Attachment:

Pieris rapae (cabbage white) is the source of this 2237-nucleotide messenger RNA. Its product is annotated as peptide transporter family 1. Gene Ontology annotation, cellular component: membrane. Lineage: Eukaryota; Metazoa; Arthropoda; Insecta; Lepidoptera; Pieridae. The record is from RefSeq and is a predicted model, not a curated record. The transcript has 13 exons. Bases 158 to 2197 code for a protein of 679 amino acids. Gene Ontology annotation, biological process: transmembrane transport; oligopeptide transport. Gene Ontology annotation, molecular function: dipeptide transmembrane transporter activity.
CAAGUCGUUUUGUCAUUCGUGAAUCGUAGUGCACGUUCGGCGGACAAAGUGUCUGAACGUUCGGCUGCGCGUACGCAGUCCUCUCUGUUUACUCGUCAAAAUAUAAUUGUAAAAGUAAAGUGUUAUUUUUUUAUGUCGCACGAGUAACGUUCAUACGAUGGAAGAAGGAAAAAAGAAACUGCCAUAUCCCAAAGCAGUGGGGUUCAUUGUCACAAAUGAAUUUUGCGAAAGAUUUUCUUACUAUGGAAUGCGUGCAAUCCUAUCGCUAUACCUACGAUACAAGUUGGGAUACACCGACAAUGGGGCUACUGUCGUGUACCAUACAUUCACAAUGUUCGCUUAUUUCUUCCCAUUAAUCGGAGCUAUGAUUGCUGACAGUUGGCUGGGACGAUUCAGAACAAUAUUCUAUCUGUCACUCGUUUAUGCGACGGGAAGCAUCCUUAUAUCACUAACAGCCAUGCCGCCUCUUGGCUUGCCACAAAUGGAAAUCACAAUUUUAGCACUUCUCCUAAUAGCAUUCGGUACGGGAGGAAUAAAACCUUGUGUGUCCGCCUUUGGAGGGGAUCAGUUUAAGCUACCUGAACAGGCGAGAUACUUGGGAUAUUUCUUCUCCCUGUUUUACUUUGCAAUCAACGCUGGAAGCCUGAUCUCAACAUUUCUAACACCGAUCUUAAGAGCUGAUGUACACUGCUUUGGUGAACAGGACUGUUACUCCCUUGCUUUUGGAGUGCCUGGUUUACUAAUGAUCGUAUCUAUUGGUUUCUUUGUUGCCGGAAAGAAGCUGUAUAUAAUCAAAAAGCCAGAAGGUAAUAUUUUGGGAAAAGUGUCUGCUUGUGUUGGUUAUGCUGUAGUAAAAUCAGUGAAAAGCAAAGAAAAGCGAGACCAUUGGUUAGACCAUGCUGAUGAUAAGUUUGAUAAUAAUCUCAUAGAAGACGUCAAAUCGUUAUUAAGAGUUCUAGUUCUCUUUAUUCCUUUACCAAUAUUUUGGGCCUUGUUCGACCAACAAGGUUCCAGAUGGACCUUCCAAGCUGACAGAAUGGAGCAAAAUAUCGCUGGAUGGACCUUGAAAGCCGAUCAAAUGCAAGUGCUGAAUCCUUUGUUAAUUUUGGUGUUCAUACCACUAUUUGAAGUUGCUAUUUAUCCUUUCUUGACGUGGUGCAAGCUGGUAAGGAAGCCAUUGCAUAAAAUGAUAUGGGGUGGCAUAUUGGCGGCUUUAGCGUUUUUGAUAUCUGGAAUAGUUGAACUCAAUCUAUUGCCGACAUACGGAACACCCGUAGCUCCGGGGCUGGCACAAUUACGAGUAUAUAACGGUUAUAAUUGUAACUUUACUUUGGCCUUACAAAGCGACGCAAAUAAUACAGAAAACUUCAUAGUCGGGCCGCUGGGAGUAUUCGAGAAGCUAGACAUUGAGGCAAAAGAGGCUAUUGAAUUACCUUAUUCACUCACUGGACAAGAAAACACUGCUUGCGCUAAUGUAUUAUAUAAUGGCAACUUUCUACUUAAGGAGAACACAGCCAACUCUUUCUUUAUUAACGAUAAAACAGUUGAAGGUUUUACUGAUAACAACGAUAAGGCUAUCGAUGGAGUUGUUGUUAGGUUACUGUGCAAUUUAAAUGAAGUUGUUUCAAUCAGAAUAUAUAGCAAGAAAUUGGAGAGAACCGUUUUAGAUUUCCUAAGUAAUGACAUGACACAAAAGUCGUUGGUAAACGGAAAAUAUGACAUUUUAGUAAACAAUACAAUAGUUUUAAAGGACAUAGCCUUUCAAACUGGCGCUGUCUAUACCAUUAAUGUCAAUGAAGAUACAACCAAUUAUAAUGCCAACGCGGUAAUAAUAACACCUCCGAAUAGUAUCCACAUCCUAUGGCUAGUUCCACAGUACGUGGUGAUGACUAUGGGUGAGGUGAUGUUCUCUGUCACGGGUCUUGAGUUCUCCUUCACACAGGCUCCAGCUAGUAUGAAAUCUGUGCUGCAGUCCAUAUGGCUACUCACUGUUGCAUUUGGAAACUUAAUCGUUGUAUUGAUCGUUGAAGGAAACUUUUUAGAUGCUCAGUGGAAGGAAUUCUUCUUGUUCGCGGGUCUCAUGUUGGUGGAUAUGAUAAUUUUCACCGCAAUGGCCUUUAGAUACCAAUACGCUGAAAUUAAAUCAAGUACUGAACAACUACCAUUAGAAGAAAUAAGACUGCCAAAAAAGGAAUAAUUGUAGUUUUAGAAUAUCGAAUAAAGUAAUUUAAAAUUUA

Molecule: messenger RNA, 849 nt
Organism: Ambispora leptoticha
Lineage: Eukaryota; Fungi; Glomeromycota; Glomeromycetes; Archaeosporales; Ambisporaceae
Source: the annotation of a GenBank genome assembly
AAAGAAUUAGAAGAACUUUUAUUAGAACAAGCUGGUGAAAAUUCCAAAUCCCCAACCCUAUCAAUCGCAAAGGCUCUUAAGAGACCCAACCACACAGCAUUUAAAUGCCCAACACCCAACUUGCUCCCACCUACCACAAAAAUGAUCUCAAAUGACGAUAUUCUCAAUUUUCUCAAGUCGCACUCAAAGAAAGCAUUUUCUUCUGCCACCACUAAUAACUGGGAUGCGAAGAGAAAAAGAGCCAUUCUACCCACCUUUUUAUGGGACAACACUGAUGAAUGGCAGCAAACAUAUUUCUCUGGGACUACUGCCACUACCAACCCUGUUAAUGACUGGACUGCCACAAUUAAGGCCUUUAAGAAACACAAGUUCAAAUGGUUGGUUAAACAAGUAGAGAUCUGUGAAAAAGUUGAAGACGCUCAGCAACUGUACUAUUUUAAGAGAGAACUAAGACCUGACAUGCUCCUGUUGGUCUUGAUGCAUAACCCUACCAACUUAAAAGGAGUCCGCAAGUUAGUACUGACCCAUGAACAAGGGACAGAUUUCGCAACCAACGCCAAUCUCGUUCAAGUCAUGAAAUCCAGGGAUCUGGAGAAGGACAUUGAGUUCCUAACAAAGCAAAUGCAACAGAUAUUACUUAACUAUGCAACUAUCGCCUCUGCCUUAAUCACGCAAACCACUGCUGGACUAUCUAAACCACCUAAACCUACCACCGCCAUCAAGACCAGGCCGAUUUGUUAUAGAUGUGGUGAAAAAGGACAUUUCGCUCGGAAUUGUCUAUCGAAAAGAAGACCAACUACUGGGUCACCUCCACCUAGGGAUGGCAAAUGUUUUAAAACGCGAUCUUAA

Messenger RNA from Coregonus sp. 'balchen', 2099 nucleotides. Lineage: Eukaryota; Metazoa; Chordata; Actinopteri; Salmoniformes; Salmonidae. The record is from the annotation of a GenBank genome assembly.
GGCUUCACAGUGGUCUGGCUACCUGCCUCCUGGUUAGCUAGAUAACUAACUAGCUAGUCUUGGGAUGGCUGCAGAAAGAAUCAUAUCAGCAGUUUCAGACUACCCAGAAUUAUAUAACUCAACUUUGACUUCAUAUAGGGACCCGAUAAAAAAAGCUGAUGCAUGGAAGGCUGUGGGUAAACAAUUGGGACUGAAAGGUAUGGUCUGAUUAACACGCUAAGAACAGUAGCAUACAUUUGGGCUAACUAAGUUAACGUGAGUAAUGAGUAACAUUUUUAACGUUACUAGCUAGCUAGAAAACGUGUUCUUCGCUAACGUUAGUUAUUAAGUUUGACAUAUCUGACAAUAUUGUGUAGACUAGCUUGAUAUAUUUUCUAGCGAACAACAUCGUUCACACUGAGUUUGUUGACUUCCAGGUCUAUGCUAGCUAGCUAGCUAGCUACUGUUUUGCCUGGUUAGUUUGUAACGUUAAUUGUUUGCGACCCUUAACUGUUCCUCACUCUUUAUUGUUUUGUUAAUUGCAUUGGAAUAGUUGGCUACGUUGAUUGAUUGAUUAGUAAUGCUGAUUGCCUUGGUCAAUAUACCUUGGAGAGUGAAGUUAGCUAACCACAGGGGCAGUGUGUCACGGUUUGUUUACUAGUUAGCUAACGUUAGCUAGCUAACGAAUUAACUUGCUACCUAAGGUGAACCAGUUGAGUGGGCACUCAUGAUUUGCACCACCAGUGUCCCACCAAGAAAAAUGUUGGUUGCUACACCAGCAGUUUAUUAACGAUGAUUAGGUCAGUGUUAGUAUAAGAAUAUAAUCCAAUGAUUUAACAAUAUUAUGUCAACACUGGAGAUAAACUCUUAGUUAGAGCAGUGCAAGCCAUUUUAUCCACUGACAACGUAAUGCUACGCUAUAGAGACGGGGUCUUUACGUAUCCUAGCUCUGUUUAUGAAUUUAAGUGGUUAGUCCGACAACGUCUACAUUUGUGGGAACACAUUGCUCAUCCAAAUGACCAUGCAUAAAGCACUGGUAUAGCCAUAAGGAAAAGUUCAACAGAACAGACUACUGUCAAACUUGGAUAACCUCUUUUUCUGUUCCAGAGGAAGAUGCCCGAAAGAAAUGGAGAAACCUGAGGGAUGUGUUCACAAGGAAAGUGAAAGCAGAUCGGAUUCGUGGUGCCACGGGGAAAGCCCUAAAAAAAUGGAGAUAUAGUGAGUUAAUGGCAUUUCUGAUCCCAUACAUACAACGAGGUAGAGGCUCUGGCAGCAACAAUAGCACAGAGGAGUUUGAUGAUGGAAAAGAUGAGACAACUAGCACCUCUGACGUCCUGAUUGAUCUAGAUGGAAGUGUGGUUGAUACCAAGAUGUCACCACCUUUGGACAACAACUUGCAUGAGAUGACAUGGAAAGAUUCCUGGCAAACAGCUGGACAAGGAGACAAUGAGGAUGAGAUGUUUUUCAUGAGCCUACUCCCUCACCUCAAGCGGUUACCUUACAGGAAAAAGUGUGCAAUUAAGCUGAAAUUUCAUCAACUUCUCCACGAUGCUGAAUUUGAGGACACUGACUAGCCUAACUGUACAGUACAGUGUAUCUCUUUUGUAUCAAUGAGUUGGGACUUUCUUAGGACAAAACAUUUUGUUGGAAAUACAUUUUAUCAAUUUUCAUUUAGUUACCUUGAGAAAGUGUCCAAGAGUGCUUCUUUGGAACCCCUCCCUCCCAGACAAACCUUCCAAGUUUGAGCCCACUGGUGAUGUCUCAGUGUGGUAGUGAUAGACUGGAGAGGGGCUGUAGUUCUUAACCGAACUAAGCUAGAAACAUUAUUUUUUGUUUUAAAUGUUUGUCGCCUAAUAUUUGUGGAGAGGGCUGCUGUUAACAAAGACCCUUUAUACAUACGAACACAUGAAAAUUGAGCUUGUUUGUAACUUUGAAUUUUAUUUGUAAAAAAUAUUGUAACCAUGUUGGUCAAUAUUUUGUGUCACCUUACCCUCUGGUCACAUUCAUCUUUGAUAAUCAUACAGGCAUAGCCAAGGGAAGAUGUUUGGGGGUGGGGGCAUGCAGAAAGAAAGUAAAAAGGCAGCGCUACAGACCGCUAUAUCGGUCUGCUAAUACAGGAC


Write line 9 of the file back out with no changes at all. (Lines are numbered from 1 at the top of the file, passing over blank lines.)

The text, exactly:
GGCUUCACAGUGGUCUGGCUACCUGCCUCCUGGUUAGCUAGAUAACUAACUAGCUAGUCUUGGGAUGGCUGCAGAAAGAAUCAUAUCAGCAGUUUCAGACUACCCAGAAUUAUAUAACUCAACUUUGACUUCAUAUAGGGACCCGAUAAAAAAAGCUGAUGCAUGGAAGGCUGUGGGUAAACAAUUGGGACUGAAAGGUAUGGUCUGAUUAACACGCUAAGAACAGUAGCAUACAUUUGGGCUAACUAAGUUAACGUGAGUAAUGAGUAACAUUUUUAACGUUACUAGCUAGCUAGAAAACGUGUUCUUCGCUAACGUUAGUUAUUAAGUUUGACAUAUCUGACAAUAUUGUGUAGACUAGCUUGAUAUAUUUUCUAGCGAACAACAUCGUUCACACUGAGUUUGUUGACUUCCAGGUCUAUGCUAGCUAGCUAGCUAGCUACUGUUUUGCCUGGUUAGUUUGUAACGUUAAUUGUUUGCGACCCUUAACUGUUCCUCACUCUUUAUUGUUUUGUUAAUUGCAUUGGAAUAGUUGGCUACGUUGAUUGAUUGAUUAGUAAUGCUGAUUGCCUUGGUCAAUAUACCUUGGAGAGUGAAGUUAGCUAACCACAGGGGCAGUGUGUCACGGUUUGUUUACUAGUUAGCUAACGUUAGCUAGCUAACGAAUUAACUUGCUACCUAAGGUGAACCAGUUGAGUGGGCACUCAUGAUUUGCACCACCAGUGUCCCACCAAGAAAAAUGUUGGUUGCUACACCAGCAGUUUAUUAACGAUGAUUAGGUCAGUGUUAGUAUAAGAAUAUAAUCCAAUGAUUUAACAAUAUUAUGUCAACACUGGAGAUAAACUCUUAGUUAGAGCAGUGCAAGCCAUUUUAUCCACUGACAACGUAAUGCUACGCUAUAGAGACGGGGUCUUUACGUAUCCUAGCUCUGUUUAUGAAUUUAAGUGGUUAGUCCGACAACGUCUACAUUUGUGGGAACACAUUGCUCAUCCAAAUGACCAUGCAUAAAGCACUGGUAUAGCCAUAAGGAAAAGUUCAACAGAACAGACUACUGUCAAACUUGGAUAACCUCUUUUUCUGUUCCAGAGGAAGAUGCCCGAAAGAAAUGGAGAAACCUGAGGGAUGUGUUCACAAGGAAAGUGAAAGCAGAUCGGAUUCGUGGUGCCACGGGGAAAGCCCUAAAAAAAUGGAGAUAUAGUGAGUUAAUGGCAUUUCUGAUCCCAUACAUACAACGAGGUAGAGGCUCUGGCAGCAACAAUAGCACAGAGGAGUUUGAUGAUGGAAAAGAUGAGACAACUAGCACCUCUGACGUCCUGAUUGAUCUAGAUGGAAGUGUGGUUGAUACCAAGAUGUCACCACCUUUGGACAACAACUUGCAUGAGAUGACAUGGAAAGAUUCCUGGCAAACAGCUGGACAAGGAGACAAUGAGGAUGAGAUGUUUUUCAUGAGCCUACUCCCUCACCUCAAGCGGUUACCUUACAGGAAAAAGUGUGCAAUUAAGCUGAAAUUUCAUCAACUUCUCCACGAUGCUGAAUUUGAGGACACUGACUAGCCUAACUGUACAGUACAGUGUAUCUCUUUUGUAUCAAUGAGUUGGGACUUUCUUAGGACAAAACAUUUUGUUGGAAAUACAUUUUAUCAAUUUUCAUUUAGUUACCUUGAGAAAGUGUCCAAGAGUGCUUCUUUGGAACCCCUCCCUCCCAGACAAACCUUCCAAGUUUGAGCCCACUGGUGAUGUCUCAGUGUGGUAGUGAUAGACUGGAGAGGGGCUGUAGUUCUUAACCGAACUAAGCUAGAAACAUUAUUUUUUGUUUUAAAUGUUUGUCGCCUAAUAUUUGUGGAGAGGGCUGCUGUUAACAAAGACCCUUUAUACAUACGAACACAUGAAAAUUGAGCUUGUUUGUAACUUUGAAUUUUAUUUGUAAAAAAUAUUGUAACCAUGUUGGUCAAUAUUUUGUGUCACCUUACCCUCUGGUCACAUUCAUCUUUGAUAAUCAUACAGGCAUAGCCAAGGGAAGAUGUUUGGGGGUGGGGGCAUGCAGAAAGAAAGUAAAAAGGCAGCGCUACAGACCGCUAUAUCGGUCUGCUAAUACAGGAC